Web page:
A government review has recommended pharmacists explain to consumers the limited evidence for effectiveness of complementary medicines, and keep them in a separate area to regulated medications with proven effectiveness. The review also recommended any pharmacy that receives Commonwealth government approval to dispense PBS medicines should not be able to sell homeopathic medicines.
This review was commissioned by the Commonwealth government to examine the efficiency and value for money of pharmacy services and also the regulations under which pharmacies work.
Complementary and alternative medicines are products such as herbal medicines, dietary supplements and multivitamins, and they’re big business. A 2014 survey found the revenue from complementary medicines in Australia exceeded A$3.5 billion and was projected to reach $4.6 billion in 2017-18. Pharmacies are a major player in sales of these products, but the exact percentage of total sales in pharmacies, compared to supermarkets and health food stores, is unclear.
The Pharmaceutical Society of Australia (PSA) issued a position statement on complementary medicines in 2015. It highlighted the variable evidence and encourages pharmacists to assist consumers’ decision making by discussing the relevant evidence.
The PSA position statement says they do not support the sale of homeopathic products, but stops short of recommending pharmacists do not sell them. Homeopathic products are different from regular medicines. Homeopathy follows a principal of extreme dilution: a substance is chosen to cure an ill, and then the substance is diluted. The vessel containing the substance is then physically hit against a book or other object. There is no reputable evidence for effect from these products.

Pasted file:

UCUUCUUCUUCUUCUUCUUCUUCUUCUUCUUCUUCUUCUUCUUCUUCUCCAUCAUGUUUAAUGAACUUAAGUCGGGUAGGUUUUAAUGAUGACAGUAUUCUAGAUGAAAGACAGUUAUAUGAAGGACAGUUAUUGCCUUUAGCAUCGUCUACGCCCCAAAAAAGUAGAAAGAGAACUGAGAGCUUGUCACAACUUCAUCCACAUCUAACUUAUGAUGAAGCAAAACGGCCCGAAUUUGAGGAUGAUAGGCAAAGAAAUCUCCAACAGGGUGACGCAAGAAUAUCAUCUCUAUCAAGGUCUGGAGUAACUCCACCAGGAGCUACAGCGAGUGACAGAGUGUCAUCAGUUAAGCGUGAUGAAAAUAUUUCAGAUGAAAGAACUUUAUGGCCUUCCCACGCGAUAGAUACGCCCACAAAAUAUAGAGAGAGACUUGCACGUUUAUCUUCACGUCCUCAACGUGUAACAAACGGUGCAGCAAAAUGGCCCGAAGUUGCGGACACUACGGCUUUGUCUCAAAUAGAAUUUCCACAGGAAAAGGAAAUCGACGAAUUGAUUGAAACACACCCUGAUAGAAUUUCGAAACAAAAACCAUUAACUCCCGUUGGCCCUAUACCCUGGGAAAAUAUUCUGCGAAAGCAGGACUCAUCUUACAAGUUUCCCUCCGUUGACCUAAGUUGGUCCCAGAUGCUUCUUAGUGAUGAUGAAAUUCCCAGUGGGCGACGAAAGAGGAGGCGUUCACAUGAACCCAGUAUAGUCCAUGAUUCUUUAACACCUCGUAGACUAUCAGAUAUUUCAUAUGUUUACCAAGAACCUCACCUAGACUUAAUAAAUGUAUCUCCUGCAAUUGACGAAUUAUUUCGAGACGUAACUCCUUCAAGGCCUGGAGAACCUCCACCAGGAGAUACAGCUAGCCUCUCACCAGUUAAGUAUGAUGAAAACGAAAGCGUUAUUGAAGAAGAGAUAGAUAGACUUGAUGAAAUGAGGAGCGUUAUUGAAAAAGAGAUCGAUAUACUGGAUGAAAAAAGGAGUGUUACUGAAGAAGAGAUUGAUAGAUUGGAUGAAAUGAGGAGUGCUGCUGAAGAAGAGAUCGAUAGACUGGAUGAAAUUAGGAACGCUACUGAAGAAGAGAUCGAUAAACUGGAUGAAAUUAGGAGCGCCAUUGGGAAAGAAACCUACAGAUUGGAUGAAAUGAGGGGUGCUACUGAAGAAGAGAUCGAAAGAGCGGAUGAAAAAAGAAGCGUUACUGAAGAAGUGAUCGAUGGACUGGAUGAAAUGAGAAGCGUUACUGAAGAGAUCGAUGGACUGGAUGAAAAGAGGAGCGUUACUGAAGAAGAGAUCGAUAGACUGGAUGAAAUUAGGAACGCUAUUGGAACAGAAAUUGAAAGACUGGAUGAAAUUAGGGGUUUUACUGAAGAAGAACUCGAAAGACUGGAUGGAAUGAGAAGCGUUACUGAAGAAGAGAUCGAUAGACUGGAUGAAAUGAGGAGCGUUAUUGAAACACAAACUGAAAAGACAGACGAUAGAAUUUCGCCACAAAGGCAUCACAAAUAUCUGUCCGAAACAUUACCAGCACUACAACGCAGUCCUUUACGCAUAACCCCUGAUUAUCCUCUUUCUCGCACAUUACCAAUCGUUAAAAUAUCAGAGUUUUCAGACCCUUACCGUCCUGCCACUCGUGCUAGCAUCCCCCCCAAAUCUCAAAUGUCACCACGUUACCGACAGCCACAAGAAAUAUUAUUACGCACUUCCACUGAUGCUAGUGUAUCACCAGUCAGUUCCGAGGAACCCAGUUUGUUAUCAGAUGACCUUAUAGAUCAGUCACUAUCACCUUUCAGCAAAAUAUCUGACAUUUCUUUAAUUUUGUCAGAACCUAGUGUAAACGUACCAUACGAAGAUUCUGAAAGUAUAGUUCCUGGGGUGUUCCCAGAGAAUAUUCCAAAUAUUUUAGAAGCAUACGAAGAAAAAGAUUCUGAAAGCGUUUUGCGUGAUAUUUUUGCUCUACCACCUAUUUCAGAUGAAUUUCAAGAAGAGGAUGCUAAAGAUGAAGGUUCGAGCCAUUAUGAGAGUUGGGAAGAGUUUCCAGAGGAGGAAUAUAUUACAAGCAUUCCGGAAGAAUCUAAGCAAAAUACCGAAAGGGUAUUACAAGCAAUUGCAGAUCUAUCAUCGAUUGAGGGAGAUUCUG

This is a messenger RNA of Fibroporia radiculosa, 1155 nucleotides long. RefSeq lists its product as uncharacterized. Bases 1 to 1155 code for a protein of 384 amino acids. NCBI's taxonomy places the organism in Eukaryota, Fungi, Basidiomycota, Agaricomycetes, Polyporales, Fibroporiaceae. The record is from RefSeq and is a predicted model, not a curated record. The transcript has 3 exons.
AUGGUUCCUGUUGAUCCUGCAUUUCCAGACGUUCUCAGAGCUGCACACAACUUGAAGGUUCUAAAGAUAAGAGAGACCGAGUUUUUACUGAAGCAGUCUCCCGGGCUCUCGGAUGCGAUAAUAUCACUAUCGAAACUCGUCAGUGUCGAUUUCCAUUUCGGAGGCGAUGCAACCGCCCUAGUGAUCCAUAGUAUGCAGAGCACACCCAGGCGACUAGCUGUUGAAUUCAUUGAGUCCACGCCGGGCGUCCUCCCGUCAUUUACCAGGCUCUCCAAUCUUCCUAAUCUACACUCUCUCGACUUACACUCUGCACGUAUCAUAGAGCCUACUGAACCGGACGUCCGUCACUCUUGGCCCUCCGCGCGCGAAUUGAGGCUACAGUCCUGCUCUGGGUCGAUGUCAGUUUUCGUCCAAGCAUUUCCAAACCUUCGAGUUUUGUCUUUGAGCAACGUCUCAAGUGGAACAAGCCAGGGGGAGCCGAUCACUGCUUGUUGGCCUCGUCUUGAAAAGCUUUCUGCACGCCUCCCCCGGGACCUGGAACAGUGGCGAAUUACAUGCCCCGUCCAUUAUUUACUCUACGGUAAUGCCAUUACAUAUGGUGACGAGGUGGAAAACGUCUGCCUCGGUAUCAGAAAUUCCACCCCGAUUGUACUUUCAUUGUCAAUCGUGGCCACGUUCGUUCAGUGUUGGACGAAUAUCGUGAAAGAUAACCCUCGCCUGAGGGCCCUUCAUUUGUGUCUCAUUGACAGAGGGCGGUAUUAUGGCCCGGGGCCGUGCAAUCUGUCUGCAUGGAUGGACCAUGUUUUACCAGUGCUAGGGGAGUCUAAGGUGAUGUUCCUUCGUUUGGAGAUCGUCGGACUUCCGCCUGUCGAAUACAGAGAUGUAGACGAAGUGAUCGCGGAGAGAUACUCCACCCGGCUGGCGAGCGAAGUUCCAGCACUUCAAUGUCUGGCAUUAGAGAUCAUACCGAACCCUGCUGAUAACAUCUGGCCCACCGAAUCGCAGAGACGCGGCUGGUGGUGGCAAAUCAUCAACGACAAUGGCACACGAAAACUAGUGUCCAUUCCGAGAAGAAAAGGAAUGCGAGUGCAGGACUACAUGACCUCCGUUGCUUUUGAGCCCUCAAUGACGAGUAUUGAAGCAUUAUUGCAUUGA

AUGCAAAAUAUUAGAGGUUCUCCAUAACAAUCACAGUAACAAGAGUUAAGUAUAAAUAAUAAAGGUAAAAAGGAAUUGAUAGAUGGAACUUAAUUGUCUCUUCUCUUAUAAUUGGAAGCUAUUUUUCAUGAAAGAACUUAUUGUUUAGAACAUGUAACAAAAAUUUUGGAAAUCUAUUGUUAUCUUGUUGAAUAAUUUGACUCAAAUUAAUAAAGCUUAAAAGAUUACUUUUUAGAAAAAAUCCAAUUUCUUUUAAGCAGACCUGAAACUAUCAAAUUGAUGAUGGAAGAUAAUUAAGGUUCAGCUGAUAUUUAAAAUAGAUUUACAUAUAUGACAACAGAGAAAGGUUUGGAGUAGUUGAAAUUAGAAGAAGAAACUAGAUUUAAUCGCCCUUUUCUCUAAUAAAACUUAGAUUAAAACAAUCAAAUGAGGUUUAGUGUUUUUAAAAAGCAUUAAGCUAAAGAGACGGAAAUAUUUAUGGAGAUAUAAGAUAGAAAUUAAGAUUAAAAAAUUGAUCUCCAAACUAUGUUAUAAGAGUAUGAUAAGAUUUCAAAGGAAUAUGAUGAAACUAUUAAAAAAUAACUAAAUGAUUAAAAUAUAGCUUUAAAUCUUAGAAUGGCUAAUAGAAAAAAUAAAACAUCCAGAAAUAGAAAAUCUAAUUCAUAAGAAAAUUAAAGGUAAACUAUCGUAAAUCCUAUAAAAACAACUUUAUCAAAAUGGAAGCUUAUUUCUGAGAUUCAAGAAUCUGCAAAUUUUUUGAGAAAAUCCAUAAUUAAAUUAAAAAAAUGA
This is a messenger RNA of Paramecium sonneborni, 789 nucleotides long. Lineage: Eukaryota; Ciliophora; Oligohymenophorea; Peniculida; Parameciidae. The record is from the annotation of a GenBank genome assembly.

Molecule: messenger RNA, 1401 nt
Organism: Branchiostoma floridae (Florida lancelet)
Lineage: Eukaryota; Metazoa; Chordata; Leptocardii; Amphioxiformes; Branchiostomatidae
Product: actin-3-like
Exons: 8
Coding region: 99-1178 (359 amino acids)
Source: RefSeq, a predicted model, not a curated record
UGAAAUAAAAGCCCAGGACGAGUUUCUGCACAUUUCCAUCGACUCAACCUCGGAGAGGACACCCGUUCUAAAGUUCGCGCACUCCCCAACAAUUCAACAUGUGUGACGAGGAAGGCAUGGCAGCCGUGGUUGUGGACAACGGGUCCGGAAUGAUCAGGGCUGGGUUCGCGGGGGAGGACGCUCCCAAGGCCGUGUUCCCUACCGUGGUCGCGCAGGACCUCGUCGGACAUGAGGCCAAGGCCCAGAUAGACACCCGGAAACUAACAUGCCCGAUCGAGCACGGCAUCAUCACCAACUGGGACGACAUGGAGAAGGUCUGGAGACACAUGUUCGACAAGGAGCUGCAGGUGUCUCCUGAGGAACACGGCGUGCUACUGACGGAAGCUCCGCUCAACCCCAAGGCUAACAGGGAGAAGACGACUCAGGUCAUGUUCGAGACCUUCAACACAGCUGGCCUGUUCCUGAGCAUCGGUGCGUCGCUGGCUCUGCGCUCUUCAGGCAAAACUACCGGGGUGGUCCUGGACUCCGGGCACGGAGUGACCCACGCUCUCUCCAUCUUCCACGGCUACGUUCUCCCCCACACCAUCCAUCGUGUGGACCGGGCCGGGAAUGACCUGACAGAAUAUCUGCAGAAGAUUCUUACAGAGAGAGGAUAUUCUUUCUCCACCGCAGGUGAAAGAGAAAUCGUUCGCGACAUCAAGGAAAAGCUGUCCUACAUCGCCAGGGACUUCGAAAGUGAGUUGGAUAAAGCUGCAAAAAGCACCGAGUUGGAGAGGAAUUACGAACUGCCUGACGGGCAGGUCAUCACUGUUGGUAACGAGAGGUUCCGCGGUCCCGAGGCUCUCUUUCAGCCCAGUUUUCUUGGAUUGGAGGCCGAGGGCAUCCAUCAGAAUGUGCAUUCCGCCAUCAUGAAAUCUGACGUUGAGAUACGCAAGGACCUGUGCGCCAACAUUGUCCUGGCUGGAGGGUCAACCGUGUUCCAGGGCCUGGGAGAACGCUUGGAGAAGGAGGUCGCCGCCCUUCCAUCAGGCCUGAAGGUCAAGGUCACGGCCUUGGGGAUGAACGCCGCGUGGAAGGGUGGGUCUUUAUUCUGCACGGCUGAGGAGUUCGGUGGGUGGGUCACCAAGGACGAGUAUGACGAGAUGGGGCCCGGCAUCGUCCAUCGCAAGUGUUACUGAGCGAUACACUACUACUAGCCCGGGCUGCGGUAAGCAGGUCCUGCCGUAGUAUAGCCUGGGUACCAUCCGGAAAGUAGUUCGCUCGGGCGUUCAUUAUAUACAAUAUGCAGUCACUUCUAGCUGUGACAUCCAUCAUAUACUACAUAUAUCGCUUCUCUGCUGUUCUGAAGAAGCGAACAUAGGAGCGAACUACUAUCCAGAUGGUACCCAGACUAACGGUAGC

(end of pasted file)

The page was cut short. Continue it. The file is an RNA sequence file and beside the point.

The Royal Australian College of General Practitioners (RACGP) was stronger in their 2015 position statement to their members, which said medical practitioners should not recommend these products and pharmacists should not sell them.from www.shutterstock.com
The review’s recommendations should increase the information available to consumers to assist them in making an informed purchase. The changes should also educate consumers about the process by which complementary medicine products are assessed by the Therapeutics Goods Administration (TGA) before they can be sold on the Australian market.
Just like any other medicine, consumers should ask at the point of purchase about the evidence for the claims made and any potential side effects and interactions. If these questions cannot be answered (or there is no one to ask), go to another store where they are willing to provide answers and even written information to support those answers.
A ban on homeopathic products would be a positive change for the pharmacy profession. For too long pharmacists have claimed “health professional” status while functioning more like shopkeepers, primarily chasing profits. Some people claim homeopathic products are an expensive placebo and do no harm. But if the person taking the homeopathic remedy delays treatment, they can be causing harm and increasing medical costs if the condition progresses while being “treated”.
The PSA has not been strong enough on homeopathic products, perhaps because it is are a member-based organisation and some of its members would sell these.
If a product is sold by a health professional it means consumers have faith it will work. These products don’t deserve this trust, and health professionals who endorse them are putting profit before reputation. Pharmacists should only stock products with a strong evidence base.
Other review recommendations include:
removing the $1 allowable discount on the PBS patient co-payment, increasing equity in PBS prices for consumers no matter where they live
changing the current paper Safety Net scheme (where patients have to collect a sticker for every script) into an automatic electronic recording and alert system.
It’s important to note the review is not yet finalised – this release is an interim report and is available for public comment until 23 July 2017. There are almost 50 “options” on which comments are sought.
Authors: Greg Kyle, Professor of Pharmacy, Queensland University of Technology